In the UK where driving distances and range expectations are shorter engineers are beginning to think that electric drive with battery sets are fully viable market prospects.

Such a conclusion relies on some important lessons and reveals the obvious problems. The problem list is short, but significant. The range issue is foremost due to battery limitations and recharge times. Then come the charging facility installations to charge at all, at home, at work and while traveling. And the always contesting for attention are the environmentalist arguments in the building of the cars, the charging faculties and the energy to generate the electricity. You might note the arguments aren’t about the vehicles. There are reasons.

Those reasons come from lessons of experience. James Westcott of the London technology firm Synergy Innovations explained that one of the main reasons for developing the car, a Cooper Mini dubbed the E-drive, was to persuade people that electric vehicles don’t have to look and feel any different from conventional cars. The Synergy design is an everyman’s car that people on the street can relate to. The project is not associated with BMW who owns Cooper, and is currently working on its own electric version of the car, called the Mini-E.

Synergy Innovations Mini Cooper E-Drive.  Click image for the largest View.

Synergy Innovations Mini Cooper E-Drive. Click image for the largest View.

In Coventry at the Tata Motors European Technical Center two vehicles: a hybrid version of its Indica family hatchback and an electric Nano are being studied for marketing.

Tata Indica. Click image for the largest view.

Tata Indica. Click image for the largest view.

But the changer is Delta Motorsport who is taking a different approach and developing an entirely new car. All these cars have something in common, an architecture principle, about where the components are located and why. Delta’s technical director Nick Carpenter explains, “Designing from scratch is absolutely critical to achieving the range. You can’t just take a standard road car, pile it full of batteries and expect to achieve 200 miles cost effectively.” Using a clean slate Delta has come up with a design that simulations suggest will be capable of more than 200 miles on a full charge.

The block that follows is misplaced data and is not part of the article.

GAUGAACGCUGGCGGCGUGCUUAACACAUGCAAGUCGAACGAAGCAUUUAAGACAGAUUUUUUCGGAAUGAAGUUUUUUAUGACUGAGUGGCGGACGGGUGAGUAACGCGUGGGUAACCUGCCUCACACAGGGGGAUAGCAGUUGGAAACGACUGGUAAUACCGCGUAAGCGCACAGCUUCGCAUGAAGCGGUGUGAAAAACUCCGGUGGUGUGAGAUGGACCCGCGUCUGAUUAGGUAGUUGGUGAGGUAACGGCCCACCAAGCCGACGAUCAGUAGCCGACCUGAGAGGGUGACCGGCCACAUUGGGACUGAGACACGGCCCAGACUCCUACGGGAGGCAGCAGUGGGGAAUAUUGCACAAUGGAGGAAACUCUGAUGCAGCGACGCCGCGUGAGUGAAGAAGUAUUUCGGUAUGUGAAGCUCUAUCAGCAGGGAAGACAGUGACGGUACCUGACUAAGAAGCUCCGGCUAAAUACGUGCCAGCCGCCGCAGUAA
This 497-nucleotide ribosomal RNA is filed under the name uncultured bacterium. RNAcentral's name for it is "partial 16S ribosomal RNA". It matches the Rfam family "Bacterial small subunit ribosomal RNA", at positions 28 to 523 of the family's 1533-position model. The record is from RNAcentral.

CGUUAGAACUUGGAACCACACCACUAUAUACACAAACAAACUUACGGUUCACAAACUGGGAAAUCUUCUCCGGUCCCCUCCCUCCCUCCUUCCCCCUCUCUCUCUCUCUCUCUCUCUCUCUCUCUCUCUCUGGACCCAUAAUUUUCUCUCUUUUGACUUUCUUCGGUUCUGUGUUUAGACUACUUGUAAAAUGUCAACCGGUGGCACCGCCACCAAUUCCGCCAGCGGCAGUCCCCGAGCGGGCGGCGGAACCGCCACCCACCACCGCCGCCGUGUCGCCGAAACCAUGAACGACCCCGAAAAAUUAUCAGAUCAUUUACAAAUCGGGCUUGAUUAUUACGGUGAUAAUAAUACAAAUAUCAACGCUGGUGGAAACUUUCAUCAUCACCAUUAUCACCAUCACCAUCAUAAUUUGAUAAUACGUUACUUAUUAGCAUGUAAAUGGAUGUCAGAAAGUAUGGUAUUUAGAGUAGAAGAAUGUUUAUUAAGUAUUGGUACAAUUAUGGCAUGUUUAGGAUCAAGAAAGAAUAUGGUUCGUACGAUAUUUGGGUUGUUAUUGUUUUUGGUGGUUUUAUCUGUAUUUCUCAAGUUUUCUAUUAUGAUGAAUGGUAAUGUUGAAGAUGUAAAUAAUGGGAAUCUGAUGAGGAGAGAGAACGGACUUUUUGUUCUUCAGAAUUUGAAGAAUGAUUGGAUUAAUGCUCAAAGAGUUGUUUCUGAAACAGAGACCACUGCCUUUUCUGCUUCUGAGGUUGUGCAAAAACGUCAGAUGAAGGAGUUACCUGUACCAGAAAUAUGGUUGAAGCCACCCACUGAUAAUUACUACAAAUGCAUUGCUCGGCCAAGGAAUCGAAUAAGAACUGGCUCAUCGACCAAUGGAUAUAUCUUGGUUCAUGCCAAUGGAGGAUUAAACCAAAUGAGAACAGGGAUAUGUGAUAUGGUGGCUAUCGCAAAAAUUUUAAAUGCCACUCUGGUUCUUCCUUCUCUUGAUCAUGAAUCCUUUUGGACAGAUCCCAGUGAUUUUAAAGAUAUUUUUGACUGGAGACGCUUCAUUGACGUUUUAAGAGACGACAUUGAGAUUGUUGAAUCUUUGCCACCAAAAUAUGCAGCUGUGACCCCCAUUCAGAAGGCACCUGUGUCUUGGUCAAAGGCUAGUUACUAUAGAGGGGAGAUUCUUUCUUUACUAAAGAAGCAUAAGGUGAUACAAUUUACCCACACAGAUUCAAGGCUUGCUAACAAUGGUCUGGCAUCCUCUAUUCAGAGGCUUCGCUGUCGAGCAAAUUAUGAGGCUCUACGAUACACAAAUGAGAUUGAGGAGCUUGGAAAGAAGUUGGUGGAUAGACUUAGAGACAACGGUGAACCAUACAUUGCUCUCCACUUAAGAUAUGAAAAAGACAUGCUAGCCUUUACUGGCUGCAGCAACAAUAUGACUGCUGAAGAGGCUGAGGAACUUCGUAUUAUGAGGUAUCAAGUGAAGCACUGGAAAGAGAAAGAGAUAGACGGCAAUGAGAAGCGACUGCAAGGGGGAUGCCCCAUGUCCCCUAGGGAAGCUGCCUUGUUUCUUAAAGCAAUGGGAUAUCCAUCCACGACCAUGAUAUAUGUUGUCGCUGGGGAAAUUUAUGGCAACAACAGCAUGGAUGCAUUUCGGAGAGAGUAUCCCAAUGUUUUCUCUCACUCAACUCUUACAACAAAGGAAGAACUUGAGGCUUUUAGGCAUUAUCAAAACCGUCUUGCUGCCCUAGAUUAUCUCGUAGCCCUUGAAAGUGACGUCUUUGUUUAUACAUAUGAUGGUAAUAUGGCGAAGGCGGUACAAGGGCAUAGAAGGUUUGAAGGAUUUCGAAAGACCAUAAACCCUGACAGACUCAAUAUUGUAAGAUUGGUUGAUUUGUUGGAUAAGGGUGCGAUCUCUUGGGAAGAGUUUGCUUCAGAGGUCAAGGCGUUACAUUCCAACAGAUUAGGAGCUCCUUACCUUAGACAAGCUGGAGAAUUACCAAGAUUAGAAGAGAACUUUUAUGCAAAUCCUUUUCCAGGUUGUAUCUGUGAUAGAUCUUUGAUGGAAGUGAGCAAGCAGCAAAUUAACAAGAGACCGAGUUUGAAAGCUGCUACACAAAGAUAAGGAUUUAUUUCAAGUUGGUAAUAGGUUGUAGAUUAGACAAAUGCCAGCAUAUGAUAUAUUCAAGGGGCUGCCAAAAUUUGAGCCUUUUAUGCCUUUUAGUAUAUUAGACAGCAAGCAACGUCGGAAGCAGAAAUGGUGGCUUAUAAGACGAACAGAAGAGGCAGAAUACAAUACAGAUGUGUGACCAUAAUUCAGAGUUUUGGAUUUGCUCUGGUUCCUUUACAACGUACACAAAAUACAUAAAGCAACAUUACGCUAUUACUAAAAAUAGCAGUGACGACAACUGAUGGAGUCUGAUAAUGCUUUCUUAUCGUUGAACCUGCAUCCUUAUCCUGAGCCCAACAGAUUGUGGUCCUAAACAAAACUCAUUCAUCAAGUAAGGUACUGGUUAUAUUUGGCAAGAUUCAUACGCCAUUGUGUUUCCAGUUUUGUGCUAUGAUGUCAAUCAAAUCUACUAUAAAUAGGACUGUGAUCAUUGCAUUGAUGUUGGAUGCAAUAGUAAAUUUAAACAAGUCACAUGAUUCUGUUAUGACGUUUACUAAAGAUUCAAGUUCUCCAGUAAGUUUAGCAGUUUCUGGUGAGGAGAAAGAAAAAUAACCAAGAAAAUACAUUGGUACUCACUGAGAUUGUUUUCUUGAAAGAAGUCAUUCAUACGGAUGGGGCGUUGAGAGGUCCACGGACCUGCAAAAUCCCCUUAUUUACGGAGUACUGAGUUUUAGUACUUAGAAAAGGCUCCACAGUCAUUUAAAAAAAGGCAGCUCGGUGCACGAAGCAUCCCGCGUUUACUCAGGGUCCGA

Delta Motorsport X-prize Entry Artists Rendition.  Click image for a larger view.

Delta Motorsport X-prize Entry Artists Rendition. Click image for a larger view.

Carpenter says, “We’ve been careful about the layout of the vehicle and optimized the architecture based on the fact that we don’t have an IC engine. For instance, we don’t need the same level of cooling that you have on a normal road car so we can do some clever bits with the underside of the vehicle to reduce drag and generate a little bit of down-force…”

The builders are creating a special battery compartments under the floor that’s expected to confer some significant benefits. As well as enabling easy access to the battery pack, this will also lead to lowering the center of gravity height. In Delta’s case Carpenter says, “The center of gravity height is 325mm off the ground, which considering a 130mm ride height is pretty impressive. I haven’t designed many race cars with a center of gravity height lower than that — it’s going to handle like nothing else on the road.”